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Power over Ethernet and Potential Application Problems

Testing & Assessment

The primary purpose of power over ethernet (PoE) is to use a single ethernet cable to provide a datalink and low-level power to devices. Since PoE became standardized in 2003, it has been implemented on a large range of ground based applications. There are several benefits to this implementation which include cable that is easily procured, easy to terminate, and safe for a wide variety of uses.

As with all things implemented for aerospace, stricter requirements are placed on the cable and implementation. This article reviews some of these ideas and proposes a couple of considerations

Cat V Cable

Category five (CAT5) cable has been around since the 1990s. Although the cable is only rated for use up to 100Mbps (1000 Mbps for CAT5e), the reason for its continued use is that it performs very well in its designed application: static positioning for data transmission. The CAT5 cable is designed with four twisted pairs of wire enclosed in a shield and jacket. Typically, the wire gauges used are 24 AWG.

Depending on the application, the power may be transmitted in one of two ways:

  1. The power and ground return are set on two devoted wire pairs and the signals are on the remaining pairs. This configuration is ideal for systems with low data needs, or
  2. As a DC offset on the signal lines. This configuration is more difficult to troubleshoot, but does allow for full use of the four data pairs for data transmission.

Implementation Concerns

When considering PoE from an aerospace EWIS perspective, there are several issues that must be addressed prior to implementation.

#1 Signal interference

Typically, power over ethernet applications are DC and provide a consistent voltage and current to the target device. If there is no current change, the inductance is limited and no EMI is generated. However, if the load rapidly turns on and off or uses AC power, then this EMI can have an impact on the nearby wires. Furthermore, in many applications, power wires and signal wires are specifically separated to mitigate any potential signal integrity degradation. The grouping of power wires and signal wires into a single cable compromises design practice.

aerospace ethernet connection
Standard ethernet cables cannot be used for aerospace applications. Most Ethernet cable constructions include PVC jackets that are specifically prohibited for aerospace applications.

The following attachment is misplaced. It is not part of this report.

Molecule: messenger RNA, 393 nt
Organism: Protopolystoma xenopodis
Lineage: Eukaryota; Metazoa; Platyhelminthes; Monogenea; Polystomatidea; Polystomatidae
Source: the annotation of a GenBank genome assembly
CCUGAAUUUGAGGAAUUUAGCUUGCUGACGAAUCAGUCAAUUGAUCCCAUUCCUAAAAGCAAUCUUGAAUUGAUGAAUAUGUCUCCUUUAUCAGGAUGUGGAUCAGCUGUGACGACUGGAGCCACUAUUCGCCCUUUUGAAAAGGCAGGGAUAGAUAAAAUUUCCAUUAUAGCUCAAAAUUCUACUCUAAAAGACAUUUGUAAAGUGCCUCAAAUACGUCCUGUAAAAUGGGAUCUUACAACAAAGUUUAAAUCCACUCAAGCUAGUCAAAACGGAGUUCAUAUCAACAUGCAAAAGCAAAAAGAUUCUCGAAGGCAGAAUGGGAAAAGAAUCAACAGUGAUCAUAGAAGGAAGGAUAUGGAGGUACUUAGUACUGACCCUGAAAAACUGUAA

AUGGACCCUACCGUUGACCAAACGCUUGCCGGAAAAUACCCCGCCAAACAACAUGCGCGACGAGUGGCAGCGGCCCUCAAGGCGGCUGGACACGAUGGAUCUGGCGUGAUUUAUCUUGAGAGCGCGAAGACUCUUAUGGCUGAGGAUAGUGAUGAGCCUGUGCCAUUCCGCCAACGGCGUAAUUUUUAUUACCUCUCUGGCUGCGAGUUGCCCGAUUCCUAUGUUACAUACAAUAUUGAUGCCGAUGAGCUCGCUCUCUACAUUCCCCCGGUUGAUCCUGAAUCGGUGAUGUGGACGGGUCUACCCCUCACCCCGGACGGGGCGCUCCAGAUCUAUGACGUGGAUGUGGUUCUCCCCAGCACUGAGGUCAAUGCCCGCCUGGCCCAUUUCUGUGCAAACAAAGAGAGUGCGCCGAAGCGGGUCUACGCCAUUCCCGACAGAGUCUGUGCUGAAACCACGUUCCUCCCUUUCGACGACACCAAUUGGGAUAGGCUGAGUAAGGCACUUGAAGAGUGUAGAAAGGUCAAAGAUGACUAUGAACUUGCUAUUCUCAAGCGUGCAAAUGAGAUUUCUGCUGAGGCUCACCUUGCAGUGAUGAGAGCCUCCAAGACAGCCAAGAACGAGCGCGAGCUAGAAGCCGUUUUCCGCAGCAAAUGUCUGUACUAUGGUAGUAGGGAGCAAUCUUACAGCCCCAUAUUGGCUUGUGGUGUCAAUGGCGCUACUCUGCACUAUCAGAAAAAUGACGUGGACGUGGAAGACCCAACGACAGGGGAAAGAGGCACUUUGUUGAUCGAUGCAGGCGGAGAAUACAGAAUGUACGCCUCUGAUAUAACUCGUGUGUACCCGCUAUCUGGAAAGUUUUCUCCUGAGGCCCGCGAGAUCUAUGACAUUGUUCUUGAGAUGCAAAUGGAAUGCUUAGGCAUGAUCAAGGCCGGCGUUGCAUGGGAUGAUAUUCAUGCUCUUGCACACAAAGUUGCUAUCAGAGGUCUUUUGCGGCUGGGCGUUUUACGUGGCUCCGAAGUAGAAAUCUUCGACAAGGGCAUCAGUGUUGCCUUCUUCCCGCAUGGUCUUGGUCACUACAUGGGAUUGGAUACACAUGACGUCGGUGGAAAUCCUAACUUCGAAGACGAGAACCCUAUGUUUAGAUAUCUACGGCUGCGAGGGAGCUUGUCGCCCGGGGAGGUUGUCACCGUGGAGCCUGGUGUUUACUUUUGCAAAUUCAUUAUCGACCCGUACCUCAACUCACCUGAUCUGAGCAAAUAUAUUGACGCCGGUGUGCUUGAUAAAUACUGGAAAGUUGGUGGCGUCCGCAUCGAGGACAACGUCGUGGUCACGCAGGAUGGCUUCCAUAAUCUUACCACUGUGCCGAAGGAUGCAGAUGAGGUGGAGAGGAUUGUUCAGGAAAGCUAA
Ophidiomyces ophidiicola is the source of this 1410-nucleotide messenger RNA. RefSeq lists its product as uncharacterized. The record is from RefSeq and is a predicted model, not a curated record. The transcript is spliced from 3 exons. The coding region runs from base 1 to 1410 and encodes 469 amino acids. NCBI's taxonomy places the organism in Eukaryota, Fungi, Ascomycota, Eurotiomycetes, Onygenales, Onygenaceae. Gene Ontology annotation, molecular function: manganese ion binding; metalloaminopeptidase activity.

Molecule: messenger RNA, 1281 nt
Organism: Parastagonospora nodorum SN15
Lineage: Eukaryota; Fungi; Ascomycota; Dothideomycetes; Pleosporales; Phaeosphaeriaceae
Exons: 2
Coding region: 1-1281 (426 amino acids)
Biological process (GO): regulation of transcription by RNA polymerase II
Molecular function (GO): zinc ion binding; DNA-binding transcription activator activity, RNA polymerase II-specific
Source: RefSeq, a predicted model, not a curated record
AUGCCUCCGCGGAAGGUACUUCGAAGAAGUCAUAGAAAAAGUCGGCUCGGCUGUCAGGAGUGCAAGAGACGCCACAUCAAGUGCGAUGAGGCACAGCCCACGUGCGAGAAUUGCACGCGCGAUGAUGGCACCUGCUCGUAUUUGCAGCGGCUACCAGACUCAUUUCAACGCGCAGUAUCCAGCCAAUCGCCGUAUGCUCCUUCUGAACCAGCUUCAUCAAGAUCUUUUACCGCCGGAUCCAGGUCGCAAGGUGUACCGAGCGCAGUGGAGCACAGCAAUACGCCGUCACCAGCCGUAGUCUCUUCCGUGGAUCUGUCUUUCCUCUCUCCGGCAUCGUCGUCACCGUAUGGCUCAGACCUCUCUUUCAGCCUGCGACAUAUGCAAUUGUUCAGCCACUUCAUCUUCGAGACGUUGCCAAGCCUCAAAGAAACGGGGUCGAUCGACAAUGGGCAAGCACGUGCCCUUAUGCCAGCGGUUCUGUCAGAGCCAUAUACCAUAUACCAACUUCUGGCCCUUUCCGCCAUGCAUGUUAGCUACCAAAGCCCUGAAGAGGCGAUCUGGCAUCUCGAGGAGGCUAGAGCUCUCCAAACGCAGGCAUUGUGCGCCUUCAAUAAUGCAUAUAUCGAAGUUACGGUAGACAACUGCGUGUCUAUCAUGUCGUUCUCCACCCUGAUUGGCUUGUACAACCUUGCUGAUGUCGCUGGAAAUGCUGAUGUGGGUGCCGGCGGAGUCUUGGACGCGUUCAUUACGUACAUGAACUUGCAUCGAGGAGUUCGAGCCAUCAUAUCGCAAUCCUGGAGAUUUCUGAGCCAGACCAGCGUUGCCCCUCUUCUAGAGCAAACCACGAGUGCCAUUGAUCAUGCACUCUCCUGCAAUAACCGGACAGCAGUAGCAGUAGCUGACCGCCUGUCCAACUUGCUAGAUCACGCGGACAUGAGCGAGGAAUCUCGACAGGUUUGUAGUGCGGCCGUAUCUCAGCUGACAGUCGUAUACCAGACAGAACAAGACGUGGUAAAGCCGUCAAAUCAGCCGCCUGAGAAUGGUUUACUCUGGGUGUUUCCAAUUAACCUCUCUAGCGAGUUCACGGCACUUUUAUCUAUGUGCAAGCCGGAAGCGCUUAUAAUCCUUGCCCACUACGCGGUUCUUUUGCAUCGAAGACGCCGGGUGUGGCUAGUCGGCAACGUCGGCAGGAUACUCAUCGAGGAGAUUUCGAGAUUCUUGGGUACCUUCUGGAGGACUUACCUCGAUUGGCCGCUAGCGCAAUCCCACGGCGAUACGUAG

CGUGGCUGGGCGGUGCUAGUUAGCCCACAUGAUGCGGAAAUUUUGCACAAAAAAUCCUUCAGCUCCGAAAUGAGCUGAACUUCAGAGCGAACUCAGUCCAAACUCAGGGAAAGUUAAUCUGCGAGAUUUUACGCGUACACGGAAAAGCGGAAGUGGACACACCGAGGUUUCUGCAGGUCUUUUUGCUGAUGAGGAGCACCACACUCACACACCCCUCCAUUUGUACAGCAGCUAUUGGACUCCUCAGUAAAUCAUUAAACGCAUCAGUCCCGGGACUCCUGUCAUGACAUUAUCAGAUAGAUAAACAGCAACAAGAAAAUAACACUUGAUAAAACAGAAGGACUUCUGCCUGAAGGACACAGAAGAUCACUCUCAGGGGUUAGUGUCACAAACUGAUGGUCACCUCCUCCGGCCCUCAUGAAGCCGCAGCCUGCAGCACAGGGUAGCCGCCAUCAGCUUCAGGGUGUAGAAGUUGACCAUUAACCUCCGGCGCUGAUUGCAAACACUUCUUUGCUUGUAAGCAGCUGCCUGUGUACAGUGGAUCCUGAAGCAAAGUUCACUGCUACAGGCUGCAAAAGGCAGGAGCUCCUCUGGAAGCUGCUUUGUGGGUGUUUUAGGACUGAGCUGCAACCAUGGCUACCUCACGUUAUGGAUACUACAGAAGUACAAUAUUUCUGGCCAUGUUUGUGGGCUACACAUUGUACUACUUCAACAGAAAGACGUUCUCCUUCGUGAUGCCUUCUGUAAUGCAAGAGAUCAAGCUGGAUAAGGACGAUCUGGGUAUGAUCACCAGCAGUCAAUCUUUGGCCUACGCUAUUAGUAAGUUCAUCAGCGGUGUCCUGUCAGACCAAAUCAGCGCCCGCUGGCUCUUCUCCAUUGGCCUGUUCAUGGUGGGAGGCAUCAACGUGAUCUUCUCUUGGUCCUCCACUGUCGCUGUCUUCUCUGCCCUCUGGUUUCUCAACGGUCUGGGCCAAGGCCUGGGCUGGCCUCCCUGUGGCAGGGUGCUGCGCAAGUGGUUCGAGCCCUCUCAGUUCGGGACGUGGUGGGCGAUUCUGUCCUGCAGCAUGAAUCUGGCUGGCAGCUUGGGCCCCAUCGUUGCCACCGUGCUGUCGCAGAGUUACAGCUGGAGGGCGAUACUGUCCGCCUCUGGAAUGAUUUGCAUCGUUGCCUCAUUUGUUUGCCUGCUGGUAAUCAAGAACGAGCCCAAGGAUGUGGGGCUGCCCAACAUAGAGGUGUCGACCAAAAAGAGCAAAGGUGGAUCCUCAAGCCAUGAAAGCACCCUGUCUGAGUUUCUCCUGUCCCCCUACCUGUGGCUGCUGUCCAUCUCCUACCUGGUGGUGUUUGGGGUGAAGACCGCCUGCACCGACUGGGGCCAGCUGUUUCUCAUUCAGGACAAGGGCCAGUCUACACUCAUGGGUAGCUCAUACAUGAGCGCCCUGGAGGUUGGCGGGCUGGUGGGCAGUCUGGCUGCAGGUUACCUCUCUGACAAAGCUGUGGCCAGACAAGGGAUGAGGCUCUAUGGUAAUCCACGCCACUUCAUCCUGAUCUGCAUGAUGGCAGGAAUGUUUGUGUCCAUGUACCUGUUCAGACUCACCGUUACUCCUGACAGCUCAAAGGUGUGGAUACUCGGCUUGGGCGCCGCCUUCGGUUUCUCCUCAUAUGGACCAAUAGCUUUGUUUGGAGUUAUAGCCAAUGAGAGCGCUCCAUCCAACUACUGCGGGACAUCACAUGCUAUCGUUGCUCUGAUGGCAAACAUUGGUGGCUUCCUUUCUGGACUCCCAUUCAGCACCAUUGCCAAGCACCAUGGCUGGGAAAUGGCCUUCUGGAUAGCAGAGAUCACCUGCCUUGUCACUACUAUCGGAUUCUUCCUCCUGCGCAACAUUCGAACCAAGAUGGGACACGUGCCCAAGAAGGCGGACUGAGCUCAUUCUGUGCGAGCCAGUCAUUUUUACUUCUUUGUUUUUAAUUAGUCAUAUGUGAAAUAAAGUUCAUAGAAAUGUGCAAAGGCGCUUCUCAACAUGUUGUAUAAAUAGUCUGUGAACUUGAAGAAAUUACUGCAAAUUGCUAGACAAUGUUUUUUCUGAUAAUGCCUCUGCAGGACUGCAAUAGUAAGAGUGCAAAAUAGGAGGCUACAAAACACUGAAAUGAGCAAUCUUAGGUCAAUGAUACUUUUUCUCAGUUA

#2 Electrical Contacts

The electrical contacts for ground based ethernet cable implementations are designed for limited current applications and for very little physical disruption. For PoE applications where the voltage and current connections are increased for power applications, these stress the contacts and can accelerate wear. Some in the aircraft industry have attempted to use ground based ethernet connectors and have found that the vibrational environment will cause series arcing on the contacts and rapid contact degradation. Further, the heat generated by the series arcing can damage the cable and nearby components.

#3 Maximum Current Rating

For those familiar with wire system design, what is the maximum amount of current that can be placed down a 24 AWG wire? The quick answer is no more than 5 A, and the longer answer is that it is dependent upon the environmental characteristics and the wire harness in which it is routed. Some implementers are finding that these higher currents are causing the cables to overheat. Other implementers have found that improper quality assurance controls have caused even greater problems requiring entire rewiring due to use of installed ethernet cables were built with undersized conductors (26AWG or smaller conductors).


While several areas have been identified where power over ethernet can create problems, this should not be taken as a rejection of the PoE design idea. PoE does have its applications and can be used in an effective and safe manner. But it should be noted, that the idea of power over ethernet can be applied to other similar cable constructions. An example is the AS 6070 construction which is an impedance controlled cable that can offer the same or better performance capabilities and is certified for use in aerospace applications. If you are not sure if you wire is correct for the intended application, contact Lectromec. We can help you move from an unsafe, non-airworthy design to a reliable, safe, and certifiable system.

Michael Traskos

Michael Traskos

President, Lectromec

Michael has been involved in wire degradation and failure assessments for more than a decade. He has worked on dozens of projects assessing the reliability and qualification of EWIS components. Michael is an FAA DER with a delegated authority covering EWIS certification and the chairman of the SAE AE-8A EWIS installation committee.